Monday, March 21, 2016

Milwaukee: Building Bridges of Understanding that Span the Generations - Best Intergenerational Communities Award Winner

Mosess Intergenerational Dance Performance
Nestled on the coast of Lake Michigan, Milwaukee is a big city with a small town feel, thanks to its unique neighborhoods and engaged residents working to promote quality of life for all ages.

In the early 80's, a 3-year-old girl named Katie helped the community to think intergenerational.

St. Ann Center, which launched on the city’s south side in 1983, initially offered just community-based adult day care for older adult clients in the basement of the Convent of the Sisters of St. Francis of Assisi.

One day, when Katie’s single mom, a St. Ann Center employee, couldn’t find daycare for her daughter, she brought Katie to work.

During the visit, Katie saw a client lapsing into a grand mal seizure. The 3-year-old immediately ran to the shaking man, jumped on his lap and gave him a big hug. And, with Katie’s hug, the man’s symptoms stopped—the seizure never occurred.

St. Ann Center for Intergenerational Care
That’s when St. Ann Center’s intergenerational model of care was born, becoming the first intergenerational shared site of its kind in the nation and setting a strong foundation for a community that embraces the value of all ages and abilities.

Consequently, Milwaukee is now home to a host of intergenerational programs, including two Generations United Programs of Distinction: St. Ann Center for Intergenerational Care and TimeSlips Creative Storytelling.

Through TimeSlips, a program of the Creative Trust Milwaukee, University of Wisconsin-Milwaukee (UWM) students are trained and partnered with community groups to facilitate storytelling with older adults, many with symptoms of memory loss.

The city’s other intergenerational initiatives include Aged to Perfection (an undergraduate class developed by UWM’s Center for Aging and Translational Research), The Arts at Home (an artist and student team that brings engagement to elders living alone) and Reach Out Reach In (teens develop daily activities for children and older adults).

The Intergenerational Council promotes intergenerational dialogues within and between the races and cultures. This year’s theme, “Turning Points,” encourages adults and youth to discuss key life decisions that affect the future of each individual and the community in which that resident lives.

Toddlers on a mission at Saint Johns on the
Lake Retirement Community
In 2015, The Milwaukee County Commission on Aging and partnering agencies hosted an intergenerational panel discussion and audience talkback in honor of Vel Phillips, the city’s first woman and African American official and judge and Wisconsin’s Secretary of State.

The ethnically and culturally mixed intergenerational panel discussed how the city’s past race relations affect Milwaukee residents today and how all ages can take lessons learned from the past to build a bright future together.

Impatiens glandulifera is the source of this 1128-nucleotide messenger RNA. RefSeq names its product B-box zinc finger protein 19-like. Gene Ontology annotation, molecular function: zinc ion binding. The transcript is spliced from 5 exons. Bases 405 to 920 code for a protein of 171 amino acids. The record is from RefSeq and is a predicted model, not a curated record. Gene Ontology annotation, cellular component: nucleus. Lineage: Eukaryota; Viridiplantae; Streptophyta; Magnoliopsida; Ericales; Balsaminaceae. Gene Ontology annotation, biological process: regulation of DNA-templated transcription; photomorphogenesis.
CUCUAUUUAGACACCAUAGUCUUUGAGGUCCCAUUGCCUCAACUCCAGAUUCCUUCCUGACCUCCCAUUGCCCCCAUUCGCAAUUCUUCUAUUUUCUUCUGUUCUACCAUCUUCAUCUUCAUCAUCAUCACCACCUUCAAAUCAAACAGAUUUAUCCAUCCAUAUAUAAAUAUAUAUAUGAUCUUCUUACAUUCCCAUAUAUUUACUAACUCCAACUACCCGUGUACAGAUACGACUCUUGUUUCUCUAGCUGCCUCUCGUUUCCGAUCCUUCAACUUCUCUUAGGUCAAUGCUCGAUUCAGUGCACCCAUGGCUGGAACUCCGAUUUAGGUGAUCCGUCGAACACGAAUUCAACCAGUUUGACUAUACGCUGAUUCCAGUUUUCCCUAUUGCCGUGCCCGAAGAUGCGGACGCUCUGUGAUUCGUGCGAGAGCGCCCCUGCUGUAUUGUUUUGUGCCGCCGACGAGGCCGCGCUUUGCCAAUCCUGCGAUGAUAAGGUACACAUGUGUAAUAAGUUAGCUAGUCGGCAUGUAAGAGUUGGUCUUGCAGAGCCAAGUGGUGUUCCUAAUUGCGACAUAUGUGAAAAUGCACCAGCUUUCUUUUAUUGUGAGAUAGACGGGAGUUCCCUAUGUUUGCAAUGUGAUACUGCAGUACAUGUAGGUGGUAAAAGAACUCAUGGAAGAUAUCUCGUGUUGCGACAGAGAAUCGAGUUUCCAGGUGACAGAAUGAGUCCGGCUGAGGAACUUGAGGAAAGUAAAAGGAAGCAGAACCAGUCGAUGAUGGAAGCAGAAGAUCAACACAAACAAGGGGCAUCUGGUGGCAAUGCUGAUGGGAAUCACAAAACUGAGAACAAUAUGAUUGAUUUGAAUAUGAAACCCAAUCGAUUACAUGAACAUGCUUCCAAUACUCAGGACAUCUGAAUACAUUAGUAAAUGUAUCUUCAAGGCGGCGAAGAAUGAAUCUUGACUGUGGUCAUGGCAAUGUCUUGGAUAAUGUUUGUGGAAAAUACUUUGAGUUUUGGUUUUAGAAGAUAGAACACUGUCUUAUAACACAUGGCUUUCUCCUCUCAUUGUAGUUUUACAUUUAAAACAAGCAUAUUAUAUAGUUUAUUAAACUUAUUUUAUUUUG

Additionally, Milwaukee, host city for the 2017 Global Intergenerational Conference, showed commitment to creating spaces that connect the generations.

Mayor Tom Barrett noted that “the City’s Villard Square Library project replaced an aging library with a new facility that includes housing for grandparents raising grandchildren.”

Reekaya Free Jenkins, an eighth- grader at Hope Christian School Prima, jumped at the opportunity to join the St. Ann Center Buddy Program, which connects youth (ages 11-15) with older adults suffering from severe developmental and physical disabilities.

“There were many older people I got to know,” she explained. “They were happy they had someone to share what life was like when they were growing up. I learned a lot from their stories. It was like a history lesson, only better. I had fun updating them on what’s happening with kids like me.”

L. Jane Shatto, who retired in 2012, was also inspired to work across the ages.

During her seven years of volunteering at City on a Hill, a nonprofit organization working with central city youth and families, she encountered too many youngsters who struggled with reading.

Interfaith RSVP Tutoring Program
Now, she works with second-graders in the Milwaukee Public Schools through InterFaith Older Adult Programs, which is funded by the Greater Milwaukee Foundation.

“I have seen improvement when additional help, encouragement and support are given,” Shatto noted.

Her rewards include watching a child, who previously struggled, read confidently. “When a child tells me about their latest test scores,” she explained, “or that they are moving to a higher reading group, I feel blessed.”

That and other blessings won over the Posner Foundation, which helped fund intergenerational programming at the Jewish Home and Care Center, where Milwaukee schoolchildren practice reading skills by reading to seniors.

“Many organizations work in our neighborhoods to ensure that people of all ages are able to share their talents and resources with each other,” Mayor Barrett said. “A community flourishes when youth and older adults have an opportunity to share life experiences.”


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